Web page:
We all have a favorite childhood story, don’t we? One whose magic draws us in irresistibly, puts our hair on end or curls our toes, or maybe just makes us feel all warm and fuzzy for the memories connected with it. Generations of children have come to know the magic of “Alice in Wonderland” (even if Tim Burton has tried his best to ruin it), and many continue to love the story of the girl who goes down to rabbit hole -and later, behind the looking-glass- well into adulthood. “Drink It!” is directed at these grown up fans, now old enough to not only enjoy a well crafted tale, but also some well crafted tipple. Each and every cocktail in this book is inspired by an event or a character from the Alice books, like the White Rabbit, the Caterpillar’s Hookah, Pig and Pepper, or Off With Her Head.
So far, so intriguing. The book actually begins with a short introduction into the bits and bobs of cocktail mixing, from common alcoholic ingredients to handy tools and the best glassware. Then we mix. Alas, this is where “Drink Me!” immediately runs into problems. Firstly, the introduction points out that great pains were taken to create unusual cocktails, but there are no pictures of any of them. Zero! Zilch! Which I could have dismissed as an oversight, were it not for the totally redundant photographs in the third part, Batch Recipes, where you also get to create your own syrups, liqueurs, and spirits used specifically in these cocktails! I know what a silly sugar cube looks like; show me the Bread-and-Butterfly Pudding instead!
Another problem is that the authors live in London, where it is easy to purchase a specific, recommended alcohol selection. Of course, if you have a favorite whiskey or vodka, you may be good to go, but in gin-based drinks, different brands can lead to vastly different flavor profiles. I, for example, live in northern Indiana. Here, selection is rather limited, to put it politely. We are also a state that does not allow you to have alcohol shipped to you: no beer clubs, no wine subscriptions, no nothing. And if that isn’t enough, requiring different bitters for every other recipe is a bit out of my budget. Making my own turkey-flavored vodka would be merely the tiniest bit of help (actually, it wouldn’t, because as a vegan, I don’t do turkey flavor, but you get the idea).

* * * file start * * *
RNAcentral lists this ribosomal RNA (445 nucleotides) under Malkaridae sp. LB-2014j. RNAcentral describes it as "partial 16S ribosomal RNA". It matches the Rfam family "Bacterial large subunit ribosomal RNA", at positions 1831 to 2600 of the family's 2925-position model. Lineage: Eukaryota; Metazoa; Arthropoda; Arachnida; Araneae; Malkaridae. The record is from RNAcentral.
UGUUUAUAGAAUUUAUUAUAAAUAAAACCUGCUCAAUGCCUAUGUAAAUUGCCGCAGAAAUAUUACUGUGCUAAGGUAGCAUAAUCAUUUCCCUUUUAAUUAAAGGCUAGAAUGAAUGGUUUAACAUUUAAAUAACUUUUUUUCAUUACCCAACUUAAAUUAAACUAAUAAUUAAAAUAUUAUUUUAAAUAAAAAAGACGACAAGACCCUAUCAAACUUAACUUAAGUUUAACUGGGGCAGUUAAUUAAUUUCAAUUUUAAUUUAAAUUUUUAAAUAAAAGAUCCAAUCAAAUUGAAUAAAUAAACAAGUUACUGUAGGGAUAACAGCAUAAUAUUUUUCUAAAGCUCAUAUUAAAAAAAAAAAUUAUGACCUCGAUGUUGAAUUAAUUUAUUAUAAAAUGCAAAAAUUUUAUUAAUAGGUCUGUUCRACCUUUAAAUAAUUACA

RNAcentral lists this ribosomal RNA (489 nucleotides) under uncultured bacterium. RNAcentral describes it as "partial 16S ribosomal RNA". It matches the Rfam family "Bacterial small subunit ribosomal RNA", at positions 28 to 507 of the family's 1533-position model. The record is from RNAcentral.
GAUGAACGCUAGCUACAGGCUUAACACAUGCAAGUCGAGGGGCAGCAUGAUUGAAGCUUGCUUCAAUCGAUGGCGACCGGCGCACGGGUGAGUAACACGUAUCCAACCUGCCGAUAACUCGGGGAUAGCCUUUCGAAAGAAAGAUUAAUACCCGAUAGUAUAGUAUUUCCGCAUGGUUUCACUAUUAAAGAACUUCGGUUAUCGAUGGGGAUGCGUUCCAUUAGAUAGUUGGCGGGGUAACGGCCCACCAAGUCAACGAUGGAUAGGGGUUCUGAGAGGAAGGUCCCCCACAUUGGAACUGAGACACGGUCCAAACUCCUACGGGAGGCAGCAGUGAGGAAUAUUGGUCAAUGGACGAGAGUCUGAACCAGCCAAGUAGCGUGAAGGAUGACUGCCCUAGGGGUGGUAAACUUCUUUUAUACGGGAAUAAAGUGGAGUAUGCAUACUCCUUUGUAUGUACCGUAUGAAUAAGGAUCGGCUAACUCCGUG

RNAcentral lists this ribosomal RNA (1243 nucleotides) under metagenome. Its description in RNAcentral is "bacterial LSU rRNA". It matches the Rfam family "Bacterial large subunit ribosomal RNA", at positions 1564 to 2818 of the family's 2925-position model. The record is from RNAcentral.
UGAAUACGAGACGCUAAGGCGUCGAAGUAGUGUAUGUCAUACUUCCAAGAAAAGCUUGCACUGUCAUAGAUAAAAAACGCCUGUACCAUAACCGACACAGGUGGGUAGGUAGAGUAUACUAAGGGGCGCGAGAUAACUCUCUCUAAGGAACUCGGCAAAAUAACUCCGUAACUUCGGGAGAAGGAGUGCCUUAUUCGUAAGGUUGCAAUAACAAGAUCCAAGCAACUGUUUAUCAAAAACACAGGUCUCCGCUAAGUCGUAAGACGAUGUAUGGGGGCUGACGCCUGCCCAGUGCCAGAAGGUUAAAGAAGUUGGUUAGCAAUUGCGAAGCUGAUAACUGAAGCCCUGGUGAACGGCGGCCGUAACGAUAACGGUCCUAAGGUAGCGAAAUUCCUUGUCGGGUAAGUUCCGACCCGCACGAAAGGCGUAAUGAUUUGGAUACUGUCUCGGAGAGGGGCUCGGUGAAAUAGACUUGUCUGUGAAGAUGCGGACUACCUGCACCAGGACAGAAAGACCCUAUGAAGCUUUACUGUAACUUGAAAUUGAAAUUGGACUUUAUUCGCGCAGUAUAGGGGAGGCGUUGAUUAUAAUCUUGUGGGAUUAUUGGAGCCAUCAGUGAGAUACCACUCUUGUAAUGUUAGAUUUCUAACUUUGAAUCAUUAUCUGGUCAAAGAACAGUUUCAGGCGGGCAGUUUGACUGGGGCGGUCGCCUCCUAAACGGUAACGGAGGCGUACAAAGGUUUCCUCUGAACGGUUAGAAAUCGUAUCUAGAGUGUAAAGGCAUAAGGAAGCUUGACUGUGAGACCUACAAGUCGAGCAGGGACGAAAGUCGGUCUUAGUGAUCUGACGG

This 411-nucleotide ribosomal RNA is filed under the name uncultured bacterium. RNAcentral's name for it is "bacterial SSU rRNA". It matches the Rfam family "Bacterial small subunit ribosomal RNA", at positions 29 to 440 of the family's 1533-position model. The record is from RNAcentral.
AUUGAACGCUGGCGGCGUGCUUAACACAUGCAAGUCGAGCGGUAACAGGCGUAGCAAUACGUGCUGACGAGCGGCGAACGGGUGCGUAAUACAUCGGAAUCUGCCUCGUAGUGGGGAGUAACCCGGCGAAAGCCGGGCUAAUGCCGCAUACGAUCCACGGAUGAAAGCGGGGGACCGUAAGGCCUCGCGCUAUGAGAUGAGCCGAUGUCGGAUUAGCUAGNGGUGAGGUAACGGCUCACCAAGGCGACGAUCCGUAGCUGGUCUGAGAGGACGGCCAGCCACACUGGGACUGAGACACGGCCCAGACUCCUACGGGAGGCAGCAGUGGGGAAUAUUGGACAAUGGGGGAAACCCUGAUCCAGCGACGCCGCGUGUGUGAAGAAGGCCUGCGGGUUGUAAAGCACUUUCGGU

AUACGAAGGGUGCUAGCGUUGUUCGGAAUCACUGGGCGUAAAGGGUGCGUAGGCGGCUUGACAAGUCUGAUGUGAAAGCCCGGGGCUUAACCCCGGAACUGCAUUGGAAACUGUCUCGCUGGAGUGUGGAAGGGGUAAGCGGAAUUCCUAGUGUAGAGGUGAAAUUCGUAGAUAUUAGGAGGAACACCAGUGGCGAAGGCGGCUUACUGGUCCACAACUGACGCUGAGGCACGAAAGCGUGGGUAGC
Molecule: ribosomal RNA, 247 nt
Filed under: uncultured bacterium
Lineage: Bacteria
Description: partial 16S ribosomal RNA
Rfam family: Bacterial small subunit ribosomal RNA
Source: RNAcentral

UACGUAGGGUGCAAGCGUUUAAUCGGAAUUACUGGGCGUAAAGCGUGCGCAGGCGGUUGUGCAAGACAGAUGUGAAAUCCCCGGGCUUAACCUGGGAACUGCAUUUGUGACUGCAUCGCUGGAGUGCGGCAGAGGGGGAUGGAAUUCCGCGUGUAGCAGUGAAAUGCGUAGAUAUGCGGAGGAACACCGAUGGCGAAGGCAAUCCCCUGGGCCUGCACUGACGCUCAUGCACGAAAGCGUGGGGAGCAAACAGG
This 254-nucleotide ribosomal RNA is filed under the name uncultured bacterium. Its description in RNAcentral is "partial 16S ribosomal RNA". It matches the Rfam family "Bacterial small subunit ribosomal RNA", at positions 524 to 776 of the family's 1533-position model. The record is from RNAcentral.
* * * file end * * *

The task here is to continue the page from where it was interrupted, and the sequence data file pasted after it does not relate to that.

Alas, unlike “Death & Co.,” “Drink Me!” would be one bar book that would primarily look cute and gather dust in my house instead of getting proper use. But if the above-mentioned issues are really non-issues for you, if you love “Alice in Wonderland” more than your childhood best friend, and/or you are always looking for the next far-out cocktail idea, this book is for you. I’ll clink my glass to that!
“Drink Me!” is published by Rock Point, part of the Quarto Publishing Group. I received a copy in exchange for a review. All opinions are most definitely my own.